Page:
After a high security prison plane is hijacked by a group of inmates, it is forced to crash land along the main strip of Las Vegas after a planned escape attempt is thwarted by the film’s hero (Nicolas Cage). Unfortunately the worst of the escapees (John Malkovich and Ving Rhames) survive the carnage-strewn incident and steal a fire engine. Meanwhile, America’s most notorious serial killer (Steve Buscemi) disappears into the Vegas crowd. Undeniably the most light-hearted heavy duty aviation incident on this list, with plenty of action going on within and outside of the plane as it approached the bright lights of the desert city. A propeller slicing its way through the fuselage during a climatic fight scene between Cage and Malkovich adds a nice touch to the proceedings.
5. Knowing (Alex Proyas, 2009)
Nicolas Cage pops up again, this time as Professor Jonathon Koester, an astrophysicist who discovers that some aliens are after his kiddie and the world is about to end due to massive solar flaring. While caught up in a traffic jam, Koestler witnesses the crash landing of a commercial passenger jet and runs to the aid of some of the survivors, many of whom are on fire as they emerge from the burning wreckage. Although it all happens pretty quickly, this scene delivers a fairly strong punch. Furthermore, it all looks frightfully authentic.
4. World War Z (Marc Forster, 2013)
Things go from bad to worse when it turns out that a passenger plane fleeing a zombie invasion of Jerusalem has one of the infected on board. As expected, all hell breaks loose in the cabin as civilized people are turned into crazies, leaving erstwhile UN investigator Gerry Lane (Brad Pitt) and wounded Israeli soldier Lieutenant Segen (Daniella Kertesz) little time to figure out how to avoid being bitten by the rabid ones. In the end Lane literally throws caution to the wind by tossing a grenade at the advancing horde, the resultant explosion ripping a giant hole in the fuselage and sucking the zombies out. Luckily the pair get their seatbelts on in time before the plane hurtles into the Welsh countryside.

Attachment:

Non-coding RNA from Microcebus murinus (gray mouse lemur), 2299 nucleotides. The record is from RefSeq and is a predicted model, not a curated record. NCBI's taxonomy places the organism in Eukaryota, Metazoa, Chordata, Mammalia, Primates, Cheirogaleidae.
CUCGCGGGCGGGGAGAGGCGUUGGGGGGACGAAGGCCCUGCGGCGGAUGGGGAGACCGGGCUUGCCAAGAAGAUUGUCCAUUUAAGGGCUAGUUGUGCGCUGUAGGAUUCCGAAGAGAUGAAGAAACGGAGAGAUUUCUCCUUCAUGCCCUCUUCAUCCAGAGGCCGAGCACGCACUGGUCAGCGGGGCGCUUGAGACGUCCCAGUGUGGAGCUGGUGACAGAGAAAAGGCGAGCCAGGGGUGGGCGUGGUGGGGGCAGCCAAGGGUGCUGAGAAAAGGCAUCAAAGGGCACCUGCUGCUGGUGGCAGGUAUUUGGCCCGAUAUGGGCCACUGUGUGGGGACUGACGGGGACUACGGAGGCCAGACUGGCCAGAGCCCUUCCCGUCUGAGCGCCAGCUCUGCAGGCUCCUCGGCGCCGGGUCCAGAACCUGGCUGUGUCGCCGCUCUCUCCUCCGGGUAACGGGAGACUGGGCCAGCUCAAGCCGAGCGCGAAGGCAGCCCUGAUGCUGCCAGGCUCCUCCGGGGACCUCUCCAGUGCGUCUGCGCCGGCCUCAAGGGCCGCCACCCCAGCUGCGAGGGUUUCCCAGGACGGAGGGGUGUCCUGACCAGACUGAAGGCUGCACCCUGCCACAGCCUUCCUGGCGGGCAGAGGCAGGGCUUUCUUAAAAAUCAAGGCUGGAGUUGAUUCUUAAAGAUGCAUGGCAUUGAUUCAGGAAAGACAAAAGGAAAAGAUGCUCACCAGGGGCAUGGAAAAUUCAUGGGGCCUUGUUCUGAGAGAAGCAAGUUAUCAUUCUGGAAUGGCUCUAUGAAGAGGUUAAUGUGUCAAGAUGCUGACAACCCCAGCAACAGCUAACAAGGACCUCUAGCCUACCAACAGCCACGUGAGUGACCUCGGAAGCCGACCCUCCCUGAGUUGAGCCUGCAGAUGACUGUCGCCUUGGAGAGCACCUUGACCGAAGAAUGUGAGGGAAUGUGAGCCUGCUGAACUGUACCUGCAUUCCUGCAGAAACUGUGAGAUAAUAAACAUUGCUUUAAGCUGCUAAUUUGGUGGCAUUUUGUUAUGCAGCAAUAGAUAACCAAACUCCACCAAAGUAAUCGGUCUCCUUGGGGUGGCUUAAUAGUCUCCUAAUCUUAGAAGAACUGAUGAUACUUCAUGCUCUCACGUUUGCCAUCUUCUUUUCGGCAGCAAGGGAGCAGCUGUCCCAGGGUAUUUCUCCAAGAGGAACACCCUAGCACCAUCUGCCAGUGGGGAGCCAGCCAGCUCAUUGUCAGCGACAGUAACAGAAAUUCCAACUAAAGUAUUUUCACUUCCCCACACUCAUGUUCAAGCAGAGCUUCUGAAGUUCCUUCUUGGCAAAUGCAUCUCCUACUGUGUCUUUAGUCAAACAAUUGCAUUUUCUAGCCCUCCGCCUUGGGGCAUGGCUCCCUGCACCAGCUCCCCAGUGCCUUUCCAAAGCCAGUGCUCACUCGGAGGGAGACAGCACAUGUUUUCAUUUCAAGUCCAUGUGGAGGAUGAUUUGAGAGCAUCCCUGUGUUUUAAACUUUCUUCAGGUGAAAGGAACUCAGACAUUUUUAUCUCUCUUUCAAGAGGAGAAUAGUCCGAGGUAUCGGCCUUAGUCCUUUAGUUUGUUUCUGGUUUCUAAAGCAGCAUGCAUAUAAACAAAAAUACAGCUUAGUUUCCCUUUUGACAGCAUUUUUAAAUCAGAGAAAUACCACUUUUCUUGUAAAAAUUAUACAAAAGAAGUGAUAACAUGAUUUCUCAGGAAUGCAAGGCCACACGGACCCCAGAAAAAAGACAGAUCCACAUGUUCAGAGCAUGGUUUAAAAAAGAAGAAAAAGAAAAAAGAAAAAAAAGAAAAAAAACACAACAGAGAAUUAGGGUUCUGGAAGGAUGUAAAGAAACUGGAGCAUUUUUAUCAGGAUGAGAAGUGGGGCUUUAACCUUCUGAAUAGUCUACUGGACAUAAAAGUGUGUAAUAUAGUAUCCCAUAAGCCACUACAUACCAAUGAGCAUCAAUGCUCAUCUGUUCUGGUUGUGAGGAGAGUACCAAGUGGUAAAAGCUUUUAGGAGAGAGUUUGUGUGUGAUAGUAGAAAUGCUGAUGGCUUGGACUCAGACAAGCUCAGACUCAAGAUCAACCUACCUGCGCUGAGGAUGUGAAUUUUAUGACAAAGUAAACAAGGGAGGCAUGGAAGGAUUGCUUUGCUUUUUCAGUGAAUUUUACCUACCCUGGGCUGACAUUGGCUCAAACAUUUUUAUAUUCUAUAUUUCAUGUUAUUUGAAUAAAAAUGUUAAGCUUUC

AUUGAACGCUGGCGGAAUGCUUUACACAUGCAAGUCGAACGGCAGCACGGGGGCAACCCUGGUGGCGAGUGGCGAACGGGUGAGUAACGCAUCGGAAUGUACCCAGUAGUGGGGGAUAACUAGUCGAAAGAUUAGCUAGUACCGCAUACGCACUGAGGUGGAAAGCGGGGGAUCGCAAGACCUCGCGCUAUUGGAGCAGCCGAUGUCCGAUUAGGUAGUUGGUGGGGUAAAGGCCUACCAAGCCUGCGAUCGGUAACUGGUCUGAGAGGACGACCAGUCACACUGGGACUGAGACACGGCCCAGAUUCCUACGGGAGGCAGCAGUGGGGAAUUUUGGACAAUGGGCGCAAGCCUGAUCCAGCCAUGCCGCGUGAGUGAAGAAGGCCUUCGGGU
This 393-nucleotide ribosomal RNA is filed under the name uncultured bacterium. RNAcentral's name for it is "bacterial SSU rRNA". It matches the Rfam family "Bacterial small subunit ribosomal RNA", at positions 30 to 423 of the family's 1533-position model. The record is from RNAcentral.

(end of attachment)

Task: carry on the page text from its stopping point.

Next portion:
3. Flight (Robert Zemeckis, 2012)
Following a night of heavy partying and a bring-me-down cocaine breakfast, alcoholic commercial jet pilot William “Whip” Whitaker (Denzel Washington) gets a busier hangover than he bargained for when he is forced to pull off the seemingly impossible task of crash landing his passenger-filled plane after its control mechanisms go haywire – at one point flying it upside down to maintain altitude. The pissed-off look on Whitaker’s face when the right wing of the gliding jet clips a church steeple just before it lands is absolutely priceless.
2. Alive (Frank Marshall, 1993)
During October 1972, a small Chile-bound commercial flight carrying a Uruguayan college rugby team and a few other folk smashed into the Andes. When the rescue team failed to eventuate, the survivors reverted to cannibalism to stay alive. The wrecked fuselage – which takes one hell of a beating during the horrific crash – remains an integral part of this true story throughout the rest of the film given it provides the remnant passengers their only shelter from the freezing conditions.
1. Fearless (Peter Weir, 1993)
Max Klein (Jeff Bridges) begins to think he is indestructible after living through a plane crash somewhere near Bakersfield in California while on a business trip. It’s only when he relives the experience at the end of the film (via a flashback in which the accident is vividly created by director Peter Weir) that he comes back to reality. Despite being dragged down by some melodramatic developments in its middle, Fearless is easily one of Weir’s best films and contains what is possibly the finest moment in his strangely eclectic oeuvre – that being the opening scene when a determined Klein leads a number of other passengers to safety through a haze covered corn field just after the plane has come down.